The opinion of the court was delivered by: Patrick J. Walsh United States Magistrate Judge
MEMORANDUM OPINION AND ORDER
Before the Court is Plaintiff's appeal of a decision by Defendant Social Security Administration ("the Agency"), denying her application for Disability Insurance benefits ("DIB"). Plaintiff claims that the ALJ erred when she: 1) found that Plaintiff was not credible; and
2) determined that her mental impairment was not severe. (Joint Stip. at 4-16, 22-26.) For the following reasons, the Court concludes that the ALJ erred and that remand is warranted.
Plaintiff applied for DIB on January 23, 2006, claiming that she was disabled due to, among other things, multiple sclerosis and depression. (Administrative Record ("AR") 106-08, 116.) The Agency denied the application initially and on reconsideration. (AR 64-70, 75-79.) Plaintiff then requested and was granted a hearing before an Administrative Law Judge ("ALJ"). (AR 81-85.) On April 22, 2008, Plaintiff appeared with counsel at the hearing and testified. (AR 26-63.) On November 19, 2008, the ALJ issued a decision denying benefits. (AR 14-25.) Plaintiff appealed the ALJ's decision to the Appeals Council, which denied review. (AR 1-5, 7-11.) She then commenced this action.
A. The Credibility Determination
In her first claim of error, Plaintiff contends that the ALJ erred by failing to provide specific, clear, and convincing reasons for rejecting her testimony. (Joint Stip. at 4-16.) For the following reasons, the Court agrees.
ALJs are tasked with judging the credibility of witnesses.
Where, as here, a claimant has produced objective medical evidence of an impairment which could reasonably be expected to produce the symptoms alleged and there is no evidence of malingering, the ALJ can only reject the claimant's testimony for specific, clear, and convincing reasons. Smolen v. Chater, 80 F.3d 1273, 1283-84 (9th Cir. 1996). In making a credibility determination, the ALJ may take into account ordinary credibility evaluation techniques as well as the claimant's daily activities. Id. at 1284.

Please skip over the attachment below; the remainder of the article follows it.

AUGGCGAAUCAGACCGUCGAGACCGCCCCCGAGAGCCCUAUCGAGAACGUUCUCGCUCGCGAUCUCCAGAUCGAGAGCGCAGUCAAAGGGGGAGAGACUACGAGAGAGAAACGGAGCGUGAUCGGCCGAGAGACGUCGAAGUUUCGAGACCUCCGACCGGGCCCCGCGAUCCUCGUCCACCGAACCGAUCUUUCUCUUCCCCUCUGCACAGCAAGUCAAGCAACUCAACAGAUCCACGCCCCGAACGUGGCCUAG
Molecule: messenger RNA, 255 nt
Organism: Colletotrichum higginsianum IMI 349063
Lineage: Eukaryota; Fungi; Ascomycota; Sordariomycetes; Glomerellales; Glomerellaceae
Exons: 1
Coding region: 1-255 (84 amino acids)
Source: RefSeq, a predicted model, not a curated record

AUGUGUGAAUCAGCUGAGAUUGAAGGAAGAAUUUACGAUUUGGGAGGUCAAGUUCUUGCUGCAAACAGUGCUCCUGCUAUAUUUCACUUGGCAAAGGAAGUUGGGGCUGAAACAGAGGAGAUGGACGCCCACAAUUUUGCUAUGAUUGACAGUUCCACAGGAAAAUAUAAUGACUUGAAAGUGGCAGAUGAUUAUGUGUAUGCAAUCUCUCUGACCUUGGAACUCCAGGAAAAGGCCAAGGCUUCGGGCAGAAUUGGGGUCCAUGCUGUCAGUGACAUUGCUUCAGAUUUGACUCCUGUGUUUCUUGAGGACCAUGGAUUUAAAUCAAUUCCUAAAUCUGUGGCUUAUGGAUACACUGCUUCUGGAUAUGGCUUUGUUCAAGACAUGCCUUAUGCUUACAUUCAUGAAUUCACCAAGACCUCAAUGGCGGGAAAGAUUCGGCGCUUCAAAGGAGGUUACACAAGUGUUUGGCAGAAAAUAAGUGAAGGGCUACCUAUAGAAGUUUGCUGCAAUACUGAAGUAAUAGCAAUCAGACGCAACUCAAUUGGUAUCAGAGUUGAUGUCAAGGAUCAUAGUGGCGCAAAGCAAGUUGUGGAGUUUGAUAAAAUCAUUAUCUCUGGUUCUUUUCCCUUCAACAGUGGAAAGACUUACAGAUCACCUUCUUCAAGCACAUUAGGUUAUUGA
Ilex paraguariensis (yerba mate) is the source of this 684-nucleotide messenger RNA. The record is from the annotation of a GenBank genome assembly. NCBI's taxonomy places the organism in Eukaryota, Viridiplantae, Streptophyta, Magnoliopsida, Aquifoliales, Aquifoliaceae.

The essence of Plaintiff's claims is that she is unable to work due to various ailments, including "multiple sclerosis, back injury, depression, macular degeneration [. . .], neck pain, double vision, exhaustion, severe anger, confusion, numbness/tingling, paran[oia], [. . . ], severe back pain, vision problems, reading problems, communication problems, people problems[.]" (AR 116.) Plaintiff complained that her conditions limited her ability to work because of:
Stress, heat, re[petitive] motions, reading, following instructions, interaction with people, taking notes, phone numbers, names, following directions, focus, filing, concentration, learning new tasks [is] extrem[ely] difficult for me, anything demanding causes extreme stress and confusion. There are many other situations that I am unable to deal with. Any stress is bad. No short term memory. Easily confused . . .. The fatigue makes me just want to sleep. I need to rest often. The depression causes suicidal thoughts. I don't want to be left alone. My back hurts almost everyday, any time I try to do something the repeating motion makes arms, hands and legs hurt. I have frequent headaches. (AR 116.)
Plaintiff also claimed that the prescription drug Avonex, which she took once a week for her multiple sclerosis, caused flu-like symptoms, such as headaches, chills, drowsiness, and dizziness, lasting 12 to 24 hours. (AR 33, 122, 156.) She testified that she could not work because she forgets what she is doing and gets distracted, and that she drops things, such as cups and plates, all the time. (AR 34-36.) Plaintiff claimed that she gets double vision when she is tired and that "maybe once a year" she takes a course of cortisone to alleviate double vision. (AR 51-52.) She also testified that she experienced numbness or tingling in her hands or arms several times a week, and that her legs gave out, which caused her to ...